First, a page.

Mandl is older, wealthy and powerful. Hedy’s father fears any rejection on Hedy’s part toward Mandl’s romantic interest could put the family in danger. Initially, Hedy is not impressed by the riches (and roses) he dispenses so freely to woo her. Eventually they marry after she succumbs to his charms.

The novel’s title is an apt description of Hedy’s presence which is dismissed as one of no consequence. She’s considered no more than a beautiful woman. What she learns, however, are plans for Austria to first join forces with Mussolini; and later Hitler. She knows she needs to escape, not only the fate of her country, but the abusive relationship with Mandl, who simply wanted a trophy wife.

Danger and intrigue are tangible elements in Keisler’s life; fame and romance comprise Lamarr’s. Yet, Benedict shows something deeper by chronicling the transition from refugee to film siren to wireless communications inventor.

The Only Woman in the Room
Four Bookmarks
Sourcebooks Landmark, 2019
254 pages

Major Creep Factor   Leave a comment

The Hiding Place by C. J. Tudor

Creepy is the best way to describe The Hiding Place by C.J. Tudor. The setting, the characters and the story itself are all disturbing. It’s difficult to appreciate a book with no likeable characters; yet the author successfully creates an unsettling story that goes beyond masses of beetles crawling out of walls.

Narrator Joe Thorne returns to his hometown, a run-down former mining town in rural England. It was never a thriving community, but its position at the edge of economic ruin makes the old days not look so bad in Joe’s eyes. It’s clear he’s returned to settle a score. Yet, there are so many twists and characters lacking empathy, interest or both, that the obvious question of why hangs too heavy over the narrative.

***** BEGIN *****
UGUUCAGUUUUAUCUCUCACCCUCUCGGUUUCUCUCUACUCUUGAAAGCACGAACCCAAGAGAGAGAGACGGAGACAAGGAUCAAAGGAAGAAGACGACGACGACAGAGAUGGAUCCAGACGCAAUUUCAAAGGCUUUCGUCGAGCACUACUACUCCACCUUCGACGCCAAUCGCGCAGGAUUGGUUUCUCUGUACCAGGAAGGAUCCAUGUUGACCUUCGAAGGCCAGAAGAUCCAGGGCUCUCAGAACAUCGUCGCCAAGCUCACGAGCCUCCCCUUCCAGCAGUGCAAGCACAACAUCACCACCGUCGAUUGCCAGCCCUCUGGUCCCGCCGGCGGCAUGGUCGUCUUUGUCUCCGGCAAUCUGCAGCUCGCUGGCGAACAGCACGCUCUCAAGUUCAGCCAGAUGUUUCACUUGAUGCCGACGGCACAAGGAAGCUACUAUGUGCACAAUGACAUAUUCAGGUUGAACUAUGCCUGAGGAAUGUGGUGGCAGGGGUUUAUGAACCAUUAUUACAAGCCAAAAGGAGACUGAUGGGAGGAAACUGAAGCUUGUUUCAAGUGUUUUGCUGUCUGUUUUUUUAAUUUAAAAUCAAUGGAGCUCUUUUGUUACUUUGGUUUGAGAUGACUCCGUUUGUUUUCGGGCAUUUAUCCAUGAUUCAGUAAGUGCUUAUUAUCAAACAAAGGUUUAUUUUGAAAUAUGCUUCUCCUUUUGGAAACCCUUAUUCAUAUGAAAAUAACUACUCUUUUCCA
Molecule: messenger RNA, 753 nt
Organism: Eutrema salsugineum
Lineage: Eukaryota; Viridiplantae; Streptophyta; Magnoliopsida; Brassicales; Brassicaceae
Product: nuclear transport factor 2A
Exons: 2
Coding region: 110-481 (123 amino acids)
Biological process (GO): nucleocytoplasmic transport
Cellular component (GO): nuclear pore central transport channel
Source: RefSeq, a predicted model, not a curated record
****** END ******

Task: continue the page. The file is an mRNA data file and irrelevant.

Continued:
Joe is a teacher, a liar, a gambling addict and also, somehow, a victim. He left his previous job under suspicious circumstances but is able to con his way into a teaching position at the school he attended as a youth. Many of Joe’s old pals are still in town, but it’s clear these are no longer friendly relationships. Another unfriendly sort is Gloria, a thug hired by the Fatman to collect the gambling debts Joe has amassed.

Before Joe’s arrival, a murder/suicide has occurred in the very cottage he knowingly chooses to rent. A mother has killed her son before turning a gun on herself. This strikes Joe as hauntingly familiar even though nothing in his past suggests something similar. Until it does.

The Hiding Place
Three-and-half Bookmarks
Crown Books, 2018
278 pages

Samba, Memories and Regrets   1 comment

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The Air You Breathe by Frances De Pontes Peebles gifts readers with an expansive, beautifully-written view of the ebbs and flows of deep friendships.

Dores, whose existence is shaped by her role as an orphan on a Brazilian sugar plantation, narrates the story. Her life changes when Graca, the spoiled, young daughter of the sugar cane baron, arrives. The two are opposites in every way. It is no surprise that their attraction is the impetus for their future endeavors.

Since there are no other children her age, Graca’s parents enlist Dores as playmate and study companion for their daughter. Despite spending much of her life up to this point working in the kitchen, Dores is a good student, much better than her friend.  Yet, Garca possesses all of the advantages that will contribute to her success: beauty, a mesmerizing voice, a strong will and privilege.

The narrative begins with Dores looking back on her past, specifically the success of Graca, who becomes legendary Samba singer Sofia Salvador. The trajectory from rural Brazil to Rio de Janeiro to Hollywood is more than a rags-to-riches story. Each chapter begins, or ends depending on perspective, with the lyrics Dores has written and made famous by Sofia/Graca.

The characters are lively, the street scenes vibrant and the pulse of the 1930s and ‘40s sets the rhythm. The connection between the two women is full of joy and anguish, frustration and pride. Dores and Graca need each other, despite often wishing this was not the case.

The Air You Breathe
Five Bookmarks
Riverhead Books, 2018
449 pages